Researchers from Rush University Medical Center, Brigham and Women's Hospital and Harvard Medical School say they discovered that low doses of caffeine throughout the day are more effective than the traditional method of having a large dose in the morning.
The research, funded by the United States Air Force Office of Scientific Research, wanted to examine how military pilots dealt with night work and duty hours that went longer than 16 hours. The study kept the subjects awake for 28 hours and then allowed them to sleep for 14 hours.
Subjects who took the low-dose caffeine performed better on cognitive tests. They also exhibited fewer accidental sleep onsets compared to placebo subjects.
The Early Show medical correspondent Dr. Emily Senay notes after the study was over, subjects got a full night's rest. It did not interfere with their ability to fall asleep or their ability to stay asleep. And they stopped the caffeine about an hour-and-a-half before they were to go to bed.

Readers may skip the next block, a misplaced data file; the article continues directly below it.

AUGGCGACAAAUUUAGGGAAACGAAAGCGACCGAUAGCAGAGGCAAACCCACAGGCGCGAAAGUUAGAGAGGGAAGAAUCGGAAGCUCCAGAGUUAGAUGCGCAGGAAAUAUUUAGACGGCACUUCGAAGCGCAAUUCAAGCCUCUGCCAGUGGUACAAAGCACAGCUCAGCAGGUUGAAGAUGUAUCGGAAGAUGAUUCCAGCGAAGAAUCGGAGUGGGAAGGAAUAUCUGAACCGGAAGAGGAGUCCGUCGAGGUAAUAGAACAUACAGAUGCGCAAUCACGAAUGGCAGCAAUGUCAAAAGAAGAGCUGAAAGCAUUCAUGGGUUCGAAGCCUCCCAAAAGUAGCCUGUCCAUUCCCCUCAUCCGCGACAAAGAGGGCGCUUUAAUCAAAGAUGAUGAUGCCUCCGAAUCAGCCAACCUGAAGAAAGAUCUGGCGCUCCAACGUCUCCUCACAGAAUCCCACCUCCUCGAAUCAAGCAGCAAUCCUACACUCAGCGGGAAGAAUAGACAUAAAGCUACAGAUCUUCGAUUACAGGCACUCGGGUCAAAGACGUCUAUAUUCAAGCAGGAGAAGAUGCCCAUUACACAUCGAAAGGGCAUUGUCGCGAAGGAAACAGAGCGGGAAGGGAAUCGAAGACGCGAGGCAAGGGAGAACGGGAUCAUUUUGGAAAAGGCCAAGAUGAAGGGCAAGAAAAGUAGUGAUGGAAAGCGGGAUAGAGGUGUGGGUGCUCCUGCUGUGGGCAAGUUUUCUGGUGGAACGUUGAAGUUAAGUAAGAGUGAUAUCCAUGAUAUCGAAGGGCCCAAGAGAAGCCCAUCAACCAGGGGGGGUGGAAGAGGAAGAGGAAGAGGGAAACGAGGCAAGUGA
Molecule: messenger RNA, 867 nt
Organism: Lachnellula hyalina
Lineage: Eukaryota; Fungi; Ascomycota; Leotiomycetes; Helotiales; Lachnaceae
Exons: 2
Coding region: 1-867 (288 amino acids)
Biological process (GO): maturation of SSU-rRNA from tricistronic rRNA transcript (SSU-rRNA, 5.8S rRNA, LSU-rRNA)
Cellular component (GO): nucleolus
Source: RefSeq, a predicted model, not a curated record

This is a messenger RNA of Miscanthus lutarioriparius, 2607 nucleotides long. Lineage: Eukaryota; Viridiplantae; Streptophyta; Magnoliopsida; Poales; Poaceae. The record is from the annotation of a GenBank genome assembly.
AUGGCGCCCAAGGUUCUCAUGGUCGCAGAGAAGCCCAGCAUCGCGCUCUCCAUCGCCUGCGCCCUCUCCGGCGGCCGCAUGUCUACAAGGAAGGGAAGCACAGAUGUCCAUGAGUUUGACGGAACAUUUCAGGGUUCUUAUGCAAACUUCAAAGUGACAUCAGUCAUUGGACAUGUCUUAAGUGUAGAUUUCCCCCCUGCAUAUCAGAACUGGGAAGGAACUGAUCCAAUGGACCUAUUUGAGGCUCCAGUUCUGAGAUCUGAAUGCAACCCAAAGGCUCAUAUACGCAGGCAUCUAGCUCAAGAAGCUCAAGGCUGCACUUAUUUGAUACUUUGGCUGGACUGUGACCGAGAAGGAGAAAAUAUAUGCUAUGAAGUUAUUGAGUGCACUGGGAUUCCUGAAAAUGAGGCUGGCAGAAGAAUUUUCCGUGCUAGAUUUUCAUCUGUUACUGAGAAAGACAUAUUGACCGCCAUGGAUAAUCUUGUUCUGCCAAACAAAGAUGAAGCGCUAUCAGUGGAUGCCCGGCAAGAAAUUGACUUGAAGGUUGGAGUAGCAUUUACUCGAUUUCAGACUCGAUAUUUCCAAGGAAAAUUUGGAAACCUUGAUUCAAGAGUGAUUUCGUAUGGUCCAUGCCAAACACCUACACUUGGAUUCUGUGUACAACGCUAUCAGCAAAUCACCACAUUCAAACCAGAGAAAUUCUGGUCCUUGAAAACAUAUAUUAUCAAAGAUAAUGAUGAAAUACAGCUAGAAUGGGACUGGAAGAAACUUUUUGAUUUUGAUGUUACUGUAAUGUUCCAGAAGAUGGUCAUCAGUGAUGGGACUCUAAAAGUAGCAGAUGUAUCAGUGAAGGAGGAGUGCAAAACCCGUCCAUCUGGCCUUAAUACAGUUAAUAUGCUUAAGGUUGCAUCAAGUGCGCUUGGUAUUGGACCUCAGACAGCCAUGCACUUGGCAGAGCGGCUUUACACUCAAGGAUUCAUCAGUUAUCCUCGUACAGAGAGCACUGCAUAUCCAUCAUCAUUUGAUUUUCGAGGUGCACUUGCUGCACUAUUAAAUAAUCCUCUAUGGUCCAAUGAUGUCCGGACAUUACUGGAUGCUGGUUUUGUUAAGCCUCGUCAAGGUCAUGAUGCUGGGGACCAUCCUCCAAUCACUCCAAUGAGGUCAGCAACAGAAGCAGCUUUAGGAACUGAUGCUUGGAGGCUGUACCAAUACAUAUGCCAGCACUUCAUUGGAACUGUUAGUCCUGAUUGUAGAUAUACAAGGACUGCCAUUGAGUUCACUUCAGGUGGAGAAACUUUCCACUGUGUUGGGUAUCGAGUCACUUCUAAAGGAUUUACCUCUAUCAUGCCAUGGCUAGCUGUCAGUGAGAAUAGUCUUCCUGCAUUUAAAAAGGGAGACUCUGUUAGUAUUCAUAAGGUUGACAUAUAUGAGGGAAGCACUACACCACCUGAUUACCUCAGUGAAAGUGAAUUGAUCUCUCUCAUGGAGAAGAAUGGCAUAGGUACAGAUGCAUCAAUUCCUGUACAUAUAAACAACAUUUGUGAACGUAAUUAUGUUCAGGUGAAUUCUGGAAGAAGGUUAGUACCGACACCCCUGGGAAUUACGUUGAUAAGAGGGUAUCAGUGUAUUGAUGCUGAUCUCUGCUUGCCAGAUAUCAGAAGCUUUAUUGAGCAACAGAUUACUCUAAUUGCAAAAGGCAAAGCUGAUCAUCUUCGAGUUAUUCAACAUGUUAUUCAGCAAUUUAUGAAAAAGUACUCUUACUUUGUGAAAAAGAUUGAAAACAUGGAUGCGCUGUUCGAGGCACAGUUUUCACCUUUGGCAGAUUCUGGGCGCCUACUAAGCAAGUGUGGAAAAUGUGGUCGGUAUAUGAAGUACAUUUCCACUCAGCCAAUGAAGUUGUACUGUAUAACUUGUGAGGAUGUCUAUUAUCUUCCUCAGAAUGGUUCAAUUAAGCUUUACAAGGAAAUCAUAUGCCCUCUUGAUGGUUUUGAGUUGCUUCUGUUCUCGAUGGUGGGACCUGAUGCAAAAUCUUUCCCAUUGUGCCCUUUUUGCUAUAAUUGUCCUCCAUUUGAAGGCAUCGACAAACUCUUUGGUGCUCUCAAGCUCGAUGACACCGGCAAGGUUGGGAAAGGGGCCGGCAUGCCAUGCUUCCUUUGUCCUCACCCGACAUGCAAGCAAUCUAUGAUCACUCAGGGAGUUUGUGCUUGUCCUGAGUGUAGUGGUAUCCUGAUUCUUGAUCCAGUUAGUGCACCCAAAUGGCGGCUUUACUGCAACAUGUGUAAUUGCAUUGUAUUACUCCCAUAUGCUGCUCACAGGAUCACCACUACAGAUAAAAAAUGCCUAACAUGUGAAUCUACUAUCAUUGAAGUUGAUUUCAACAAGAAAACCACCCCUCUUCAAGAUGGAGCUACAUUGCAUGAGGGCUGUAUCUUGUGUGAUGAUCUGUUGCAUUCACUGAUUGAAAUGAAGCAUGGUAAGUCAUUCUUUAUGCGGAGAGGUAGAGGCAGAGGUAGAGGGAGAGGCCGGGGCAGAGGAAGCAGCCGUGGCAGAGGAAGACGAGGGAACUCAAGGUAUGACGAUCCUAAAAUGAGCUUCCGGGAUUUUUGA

The study discovered that caffeine works by thwarting one of two interacting physiological systems that govern the human sleep-wake cycle. Senay notes the caffeine taken in a large amount in the morning may be useless in keeping a person alert for the entire day.
She says, "Theoretically, if you get a good eight hours of rest a night and stay awake for 16 hours, you shouldn't need caffeine to stay awake and alert. But most of us don't have that. When we get up in the morning, we need it, to sort of wake up. As the day goes on, we get drowsier and drowsier. When we really need the caffeine, it's not in our system, which is later in the day."
The researchers reported in the journal Sleep that shift workers, medical residents, truck drivers and others who need to stay awake are better served by low doses of caffeine to get a bigger boost from their tea or coffee.
Senay points out, "The source is very important because different products have different amounts of caffeine, and it can be incredibly variable. Coffee, generally speaking has 95 to 135 milligrams per eight ounces. Tea has 15 to 50, depending how long you steep it for. Soda -- the source of caffeine for teens and a lot of adults -- 35 to 55, and even chocolate has caffeine."